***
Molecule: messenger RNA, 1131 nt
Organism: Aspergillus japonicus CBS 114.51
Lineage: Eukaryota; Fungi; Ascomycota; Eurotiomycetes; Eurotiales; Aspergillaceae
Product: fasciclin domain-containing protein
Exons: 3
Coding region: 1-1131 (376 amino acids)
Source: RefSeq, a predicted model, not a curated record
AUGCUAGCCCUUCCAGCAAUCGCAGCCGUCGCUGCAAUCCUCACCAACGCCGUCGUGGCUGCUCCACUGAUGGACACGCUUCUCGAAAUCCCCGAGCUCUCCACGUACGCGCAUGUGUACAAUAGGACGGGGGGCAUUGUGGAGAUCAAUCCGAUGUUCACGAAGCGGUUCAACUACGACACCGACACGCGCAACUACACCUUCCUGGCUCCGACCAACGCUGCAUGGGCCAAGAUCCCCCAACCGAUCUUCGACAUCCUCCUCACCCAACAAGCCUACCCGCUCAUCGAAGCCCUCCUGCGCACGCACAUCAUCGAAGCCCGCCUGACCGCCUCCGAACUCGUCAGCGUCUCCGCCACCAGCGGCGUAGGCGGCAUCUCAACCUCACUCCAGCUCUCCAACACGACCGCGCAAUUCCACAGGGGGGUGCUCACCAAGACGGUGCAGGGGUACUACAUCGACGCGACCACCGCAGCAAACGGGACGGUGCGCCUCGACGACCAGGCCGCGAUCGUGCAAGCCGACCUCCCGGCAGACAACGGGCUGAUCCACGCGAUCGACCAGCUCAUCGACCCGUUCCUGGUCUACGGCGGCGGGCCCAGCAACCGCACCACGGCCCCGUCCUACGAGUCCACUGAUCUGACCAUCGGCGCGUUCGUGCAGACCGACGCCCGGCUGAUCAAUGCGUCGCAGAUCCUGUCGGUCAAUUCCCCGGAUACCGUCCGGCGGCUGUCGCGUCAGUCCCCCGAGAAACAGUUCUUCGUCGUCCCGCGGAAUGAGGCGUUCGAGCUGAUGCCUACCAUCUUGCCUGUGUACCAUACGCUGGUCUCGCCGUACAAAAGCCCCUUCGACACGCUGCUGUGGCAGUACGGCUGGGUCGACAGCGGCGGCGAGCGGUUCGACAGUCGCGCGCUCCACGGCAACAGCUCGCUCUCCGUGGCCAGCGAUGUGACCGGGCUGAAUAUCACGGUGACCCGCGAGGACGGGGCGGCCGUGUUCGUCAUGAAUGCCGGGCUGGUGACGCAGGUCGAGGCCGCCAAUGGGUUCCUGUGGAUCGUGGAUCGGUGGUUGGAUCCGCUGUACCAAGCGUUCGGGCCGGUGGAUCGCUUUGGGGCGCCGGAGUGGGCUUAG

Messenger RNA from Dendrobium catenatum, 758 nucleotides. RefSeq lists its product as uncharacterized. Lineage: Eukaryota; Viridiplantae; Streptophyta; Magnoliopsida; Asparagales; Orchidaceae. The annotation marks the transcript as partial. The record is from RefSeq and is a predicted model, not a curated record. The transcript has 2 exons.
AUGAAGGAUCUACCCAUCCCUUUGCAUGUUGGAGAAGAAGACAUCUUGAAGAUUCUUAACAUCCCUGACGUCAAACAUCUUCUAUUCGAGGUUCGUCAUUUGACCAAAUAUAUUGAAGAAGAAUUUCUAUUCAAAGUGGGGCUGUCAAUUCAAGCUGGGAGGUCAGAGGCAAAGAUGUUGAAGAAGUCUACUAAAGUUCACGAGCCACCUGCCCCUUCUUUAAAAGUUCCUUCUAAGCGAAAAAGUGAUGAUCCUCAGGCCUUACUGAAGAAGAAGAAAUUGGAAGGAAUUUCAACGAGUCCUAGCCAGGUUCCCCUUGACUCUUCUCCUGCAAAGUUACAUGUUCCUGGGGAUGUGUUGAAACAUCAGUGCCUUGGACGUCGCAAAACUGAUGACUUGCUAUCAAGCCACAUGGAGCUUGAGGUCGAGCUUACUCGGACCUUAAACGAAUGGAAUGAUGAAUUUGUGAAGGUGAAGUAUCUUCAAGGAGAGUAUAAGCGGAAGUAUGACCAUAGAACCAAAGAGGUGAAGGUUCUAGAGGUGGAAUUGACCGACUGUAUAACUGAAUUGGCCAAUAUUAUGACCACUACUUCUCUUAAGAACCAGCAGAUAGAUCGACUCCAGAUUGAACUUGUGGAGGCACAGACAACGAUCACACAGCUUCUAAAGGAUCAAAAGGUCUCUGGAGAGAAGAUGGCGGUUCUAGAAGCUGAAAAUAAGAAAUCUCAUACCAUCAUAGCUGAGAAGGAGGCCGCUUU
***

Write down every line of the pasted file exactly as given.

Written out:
Molecule: messenger RNA, 1131 nt
Organism: Aspergillus japonicus CBS 114.51
Lineage: Eukaryota; Fungi; Ascomycota; Eurotiomycetes; Eurotiales; Aspergillaceae
Product: fasciclin domain-containing protein
Exons: 3
Coding region: 1-1131 (376 amino acids)
Source: RefSeq, a predicted model, not a curated record
AUGCUAGCCCUUCCAGCAAUCGCAGCCGUCGCUGCAAUCCUCACCAACGCCGUCGUGGCUGCUCCACUGAUGGACACGCUUCUCGAAAUCCCCGAGCUCUCCACGUACGCGCAUGUGUACAAUAGGACGGGGGGCAUUGUGGAGAUCAAUCCGAUGUUCACGAAGCGGUUCAACUACGACACCGACACGCGCAACUACACCUUCCUGGCUCCGACCAACGCUGCAUGGGCCAAGAUCCCCCAACCGAUCUUCGACAUCCUCCUCACCCAACAAGCCUACCCGCUCAUCGAAGCCCUCCUGCGCACGCACAUCAUCGAAGCCCGCCUGACCGCCUCCGAACUCGUCAGCGUCUCCGCCACCAGCGGCGUAGGCGGCAUCUCAACCUCACUCCAGCUCUCCAACACGACCGCGCAAUUCCACAGGGGGGUGCUCACCAAGACGGUGCAGGGGUACUACAUCGACGCGACCACCGCAGCAAACGGGACGGUGCGCCUCGACGACCAGGCCGCGAUCGUGCAAGCCGACCUCCCGGCAGACAACGGGCUGAUCCACGCGAUCGACCAGCUCAUCGACCCGUUCCUGGUCUACGGCGGCGGGCCCAGCAACCGCACCACGGCCCCGUCCUACGAGUCCACUGAUCUGACCAUCGGCGCGUUCGUGCAGACCGACGCCCGGCUGAUCAAUGCGUCGCAGAUCCUGUCGGUCAAUUCCCCGGAUACCGUCCGGCGGCUGUCGCGUCAGUCCCCCGAGAAACAGUUCUUCGUCGUCCCGCGGAAUGAGGCGUUCGAGCUGAUGCCUACCAUCUUGCCUGUGUACCAUACGCUGGUCUCGCCGUACAAAAGCCCCUUCGACACGCUGCUGUGGCAGUACGGCUGGGUCGACAGCGGCGGCGAGCGGUUCGACAGUCGCGCGCUCCACGGCAACAGCUCGCUCUCCGUGGCCAGCGAUGUGACCGGGCUGAAUAUCACGGUGACCCGCGAGGACGGGGCGGCCGUGUUCGUCAUGAAUGCCGGGCUGGUGACGCAGGUCGAGGCCGCCAAUGGGUUCCUGUGGAUCGUGGAUCGGUGGUUGGAUCCGCUGUACCAAGCGUUCGGGCCGGUGGAUCGCUUUGGGGCGCCGGAGUGGGCUUAG

Messenger RNA from Dendrobium catenatum, 758 nucleotides. RefSeq lists its product as uncharacterized. Lineage: Eukaryota; Viridiplantae; Streptophyta; Magnoliopsida; Asparagales; Orchidaceae. The annotation marks the transcript as partial. The record is from RefSeq and is a predicted model, not a curated record. The transcript has 2 exons.
AUGAAGGAUCUACCCAUCCCUUUGCAUGUUGGAGAAGAAGACAUCUUGAAGAUUCUUAACAUCCCUGACGUCAAACAUCUUCUAUUCGAGGUUCGUCAUUUGACCAAAUAUAUUGAAGAAGAAUUUCUAUUCAAAGUGGGGCUGUCAAUUCAAGCUGGGAGGUCAGAGGCAAAGAUGUUGAAGAAGUCUACUAAAGUUCACGAGCCACCUGCCCCUUCUUUAAAAGUUCCUUCUAAGCGAAAAAGUGAUGAUCCUCAGGCCUUACUGAAGAAGAAGAAAUUGGAAGGAAUUUCAACGAGUCCUAGCCAGGUUCCCCUUGACUCUUCUCCUGCAAAGUUACAUGUUCCUGGGGAUGUGUUGAAACAUCAGUGCCUUGGACGUCGCAAAACUGAUGACUUGCUAUCAAGCCACAUGGAGCUUGAGGUCGAGCUUACUCGGACCUUAAACGAAUGGAAUGAUGAAUUUGUGAAGGUGAAGUAUCUUCAAGGAGAGUAUAAGCGGAAGUAUGACCAUAGAACCAAAGAGGUGAAGGUUCUAGAGGUGGAAUUGACCGACUGUAUAACUGAAUUGGCCAAUAUUAUGACCACUACUUCUCUUAAGAACCAGCAGAUAGAUCGACUCCAGAUUGAACUUGUGGAGGCACAGACAACGAUCACACAGCUUCUAAAGGAUCAAAAGGUCUCUGGAGAGAAGAUGGCGGUUCUAGAAGCUGAAAAUAAGAAAUCUCAUACCAUCAUAGCUGAGAAGGAGGCCGCUUU